A Product Manager is familiar with design, sure. But its position is much wider than that. Developing a product vision is a very expansionary project. Factors such as commercial interests, stakeholder negotiation, timelines, competition initiatives… They all contribute to make the PM job a little bit more complicated than “thinking about product”. Conclusions generated by product thinking can be challenged by other factors down the chain: keep reading to understand what we mean.
A Product Manager has business acumen. PMs know what is going on in the tech sphere. From conferences to specialized publications, they are expected to have a finger on the present and the future of product. This also reflects the “commercial” skills these professionals are supposed to have. Price points, user functions, customer relationship management, distribution networks… PMs are not supposed to know each of them specifically, but to have sufficient grasp in order to make strategic decisions (this includes data proficiency!).
A Product Manager relies on stakeholders. Remember, they are not CEOs! But product people rely on teams beyond their immediate colleagues to gather information about the product development and distribution process. We are not just talking to internal stakeholders here: customers, intermediaries and other affected sectors (think public transport operators, in the case of Uber) must be taken into account. Product Thinking does not cover these aspects.
A Product Manager has industry knowledge. Usually, Product Management transition stories have a “horizontal” narrative. The person in question moved within the industry to occupy a product role. This is because, whatever PMs are taking care of, it is very important that they know the sector’s main trends. Whether it’s fintech or data apps, these professionals immerse themselves into the dynamics of particular users and particular tasks. True, their soft skills are transferable; but, many times, their hard knowledge remains tied to a sector even after several decades.
A Product Manager speaks the language of engineers. Dealing with technical teams can be the nightmare of novice PMs who emerge from marketing, sales and other related disciplines. These experts often lack sufficient knowledge about the technical limitations or possibilities of taking one path or another. However, with time, it is expected that all PMs gain enough confidence and earn the trust of these vital company stakeholders. This is why many choose to pursue professional product certifications which may include data analytics, coding or blockchain courses before they attain senior product positions.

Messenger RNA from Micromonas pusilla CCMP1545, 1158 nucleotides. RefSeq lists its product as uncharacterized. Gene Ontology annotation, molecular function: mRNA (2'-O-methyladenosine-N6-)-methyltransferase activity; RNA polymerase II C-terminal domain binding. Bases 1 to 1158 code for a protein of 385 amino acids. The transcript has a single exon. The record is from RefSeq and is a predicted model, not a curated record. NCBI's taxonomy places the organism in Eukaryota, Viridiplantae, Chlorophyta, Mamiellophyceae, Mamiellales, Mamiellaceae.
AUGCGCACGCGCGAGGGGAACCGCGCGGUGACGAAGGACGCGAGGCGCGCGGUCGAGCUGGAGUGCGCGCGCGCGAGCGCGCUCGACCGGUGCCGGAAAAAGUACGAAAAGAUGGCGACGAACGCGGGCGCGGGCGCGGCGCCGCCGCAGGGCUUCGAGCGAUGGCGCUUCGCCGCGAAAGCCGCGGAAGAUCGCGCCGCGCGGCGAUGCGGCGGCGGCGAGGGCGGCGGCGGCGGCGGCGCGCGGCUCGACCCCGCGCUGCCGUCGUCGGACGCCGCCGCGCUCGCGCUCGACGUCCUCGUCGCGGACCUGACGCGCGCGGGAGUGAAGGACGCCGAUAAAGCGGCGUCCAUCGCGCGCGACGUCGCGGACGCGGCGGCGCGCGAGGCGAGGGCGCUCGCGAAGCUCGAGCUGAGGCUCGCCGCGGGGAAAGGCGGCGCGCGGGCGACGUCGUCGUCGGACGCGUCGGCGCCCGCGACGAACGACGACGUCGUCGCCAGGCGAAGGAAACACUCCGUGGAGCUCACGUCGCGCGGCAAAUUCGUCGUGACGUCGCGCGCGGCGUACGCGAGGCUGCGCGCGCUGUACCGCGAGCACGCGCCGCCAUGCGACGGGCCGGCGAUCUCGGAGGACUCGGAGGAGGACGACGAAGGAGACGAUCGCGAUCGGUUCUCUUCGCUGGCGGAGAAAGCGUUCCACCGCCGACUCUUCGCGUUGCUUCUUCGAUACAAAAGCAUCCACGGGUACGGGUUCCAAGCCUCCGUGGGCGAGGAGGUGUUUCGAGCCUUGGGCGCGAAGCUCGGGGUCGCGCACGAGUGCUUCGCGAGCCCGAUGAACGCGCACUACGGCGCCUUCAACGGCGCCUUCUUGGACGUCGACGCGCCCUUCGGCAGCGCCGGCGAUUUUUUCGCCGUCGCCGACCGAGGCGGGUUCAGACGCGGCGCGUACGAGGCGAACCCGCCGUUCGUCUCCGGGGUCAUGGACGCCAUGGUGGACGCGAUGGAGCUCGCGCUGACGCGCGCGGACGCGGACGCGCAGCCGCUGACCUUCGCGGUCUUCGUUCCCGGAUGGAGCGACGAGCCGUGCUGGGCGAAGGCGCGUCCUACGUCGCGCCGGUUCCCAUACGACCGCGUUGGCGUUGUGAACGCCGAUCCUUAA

A Product Manager develops its own vision. This is hugely important. For many, it also sets the difference between PMs and the other huge PM constituency; Project Managers. Product people are not necessarily supposed to enthrall an entire audience with their public appearances. But, after a while, their own experiences take the form of a signature: a distinguished approach to problem-solving, design and marketing that pertains to this PM alone. This is something “product thinking” does not include per se.
All in all, Product Thinking is a necessary but not sufficient condition to call yourself a Product Manager. This discipline involves much more.
The User Experience Cool Kids
A long time ago, we defined Product Managers as the User Experience Cool Kids. And it is still very much the case. Product Thinking, wherever and whenever applied, is not the end but the beginning of a career in product.
Highlights of this perspective include: developing an independent mindset about customer desires; giving equal weight to form as well as function; and being ready to discard legacy ways of doing things. While some UXs hold all of these traits, Product Management requires crossing a bridge with more complex requirements.
We have shared in the past some articles on making the move from Design to Product Management. Check them out for more practical examples on the differences between Product Thinking and Product Management! What is your understanding of Product Thinking? How does it relate to Product Management?
Updated: August 4, 2023